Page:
It's been forever since I did an update on how our homeschooling is going, so I figured now would be a good time. We've made some curriculum changes for the new semester, which I'll be detailing in a series of posts.
The biggest change has been switching Miss Scarlett's math curriculum from Right Start to Singapore. Both programs are based on the Asian way of teaching math, to which I've always been drawn because of the combo of stressing both the underlying concepts AND mastering traditional algorithms. I'd originally been a bit intimidated by Singapore as a new home educator who didn't have a strong background in the subject. By contrast, I found the scripted lessons of RS very appealing. Also, Miss Scarlett was only 4 yrs 10 mos. when we started and I thought the "hands-on" nature of RS would be a better "fit" than the workbook-heavy Singapore.
I loved, loved, loved RS Level B. I think it laid an excellent foundation for Miss Scarlett in math. The challenge level was good, too. It did take her 13 months to get through it because we had to "sit" on certain concepts for a while. But on the whole, I felt the pace was appropriate.
When we finished RS B midway through the fall semester of 1st grade, I was in my 3rd trimester of pregnancy. So rather than starting up Level C right away, I took a relaxed approach to math for a few months. Not exactly "unschooling" since I did require Miss Scarlett to do math every day, but I allowed her to choose what she wanted to do from among the various supplementary workbooks & games we had on our shelf.
We started RS C last March. It was just okay. Somewhere in the middle of the book, I noticed Miss Scarlett had started to prefer pencil-and-paper work to using the manipulatives. Her eyes lit up when she learned the algorithm to do subtraction with borrowing rather than physically trading the beads on the abacus. When we took a break from RS to do Hands-on Equations, she figured out all on her own how to solve the algebraic equations on paper rather than using the little pawns, dice, and "scale".
She also seemed like she would benefit for a greater challenge level than what RS C was offering. I found myself compacting the RS lessons and using the extra time to work on more challenging problems related to the topic studied from the Singapore Challenging Word Problems series and Edward Zaccaro's Primary Grade Challenge Math book.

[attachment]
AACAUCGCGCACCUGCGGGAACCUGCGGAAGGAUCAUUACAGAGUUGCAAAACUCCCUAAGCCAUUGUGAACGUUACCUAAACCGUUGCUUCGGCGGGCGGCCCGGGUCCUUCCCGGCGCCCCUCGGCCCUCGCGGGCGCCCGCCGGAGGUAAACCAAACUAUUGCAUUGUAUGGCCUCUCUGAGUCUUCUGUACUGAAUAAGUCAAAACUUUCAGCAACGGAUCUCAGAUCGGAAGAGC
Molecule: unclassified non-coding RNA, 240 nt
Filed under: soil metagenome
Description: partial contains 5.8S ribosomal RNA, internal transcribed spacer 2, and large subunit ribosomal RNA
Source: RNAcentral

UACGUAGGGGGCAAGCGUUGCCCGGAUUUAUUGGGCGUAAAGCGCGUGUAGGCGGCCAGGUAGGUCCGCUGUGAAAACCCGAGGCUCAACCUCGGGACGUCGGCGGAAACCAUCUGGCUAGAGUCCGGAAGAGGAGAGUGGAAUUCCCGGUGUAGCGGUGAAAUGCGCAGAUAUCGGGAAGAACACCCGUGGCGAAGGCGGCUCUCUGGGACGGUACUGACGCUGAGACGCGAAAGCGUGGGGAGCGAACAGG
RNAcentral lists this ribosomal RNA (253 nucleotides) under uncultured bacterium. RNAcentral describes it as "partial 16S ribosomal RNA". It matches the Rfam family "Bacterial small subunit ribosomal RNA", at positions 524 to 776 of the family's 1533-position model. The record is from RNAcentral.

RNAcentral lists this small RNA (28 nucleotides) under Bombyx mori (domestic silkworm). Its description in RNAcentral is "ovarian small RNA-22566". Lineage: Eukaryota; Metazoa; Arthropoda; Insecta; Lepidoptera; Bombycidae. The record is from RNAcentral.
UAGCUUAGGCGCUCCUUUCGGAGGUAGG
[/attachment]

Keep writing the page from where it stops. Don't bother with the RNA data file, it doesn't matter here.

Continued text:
I looked over the final 2 levels in the RS elementary series and it just seemed like there was too much review and not enough new material for her. It struck me as having about a year's worth of material spread out over the 2 books. I understand that many students do need lots of repetition and a gentler pace, but she's not one of them.
So after Miss Scarlett finished RS C, I switched her to Singapore. She's using the 3A textbook with the Intensive Practice book rather than the regular workbook. She'll also complete the portions of the CWP books that she has not already done.
I've been fairly impressed by what I've seen of Singapore so far. For example, here's a problem from the Intensive Practice 3A book that I suspect many adults in this country would have difficulty solving: The sum of A & B is 4215 greater than C. C is 1833 less than A. What is B? I don't think I saw problems like that until my jr. high algebra class!
I do think that Miss Scarlett may need a more thorough explanation of multi-digit multiplication & division than what's in the Singapore textbook and my Home Instructor's Guide. So I downloaded the Math Mammoth single-topic workbooks on those. I like the way Maria Miller walks the student through the concepts explicitly step-by-step-by-step whereas Singapore assumes the child can make the leaps in logic. Even if Miss Scarlett doesn't turn out to need the extra explanation, she may benefit from having additional practice problems on those particular topics. The MM downloads were cheaper than buying the regular Singapore workbook and focused exclusively on only the areas where I suspect she may need the extra help.
I'm planning to start "Rusty" in RS, probably with Level A some time next year. I really do like the program for the primary grades. If that turns out not to be a good "fit" for him, I'll try Singapore or possibly the full Math Mammoth curriculum. Stay tuned!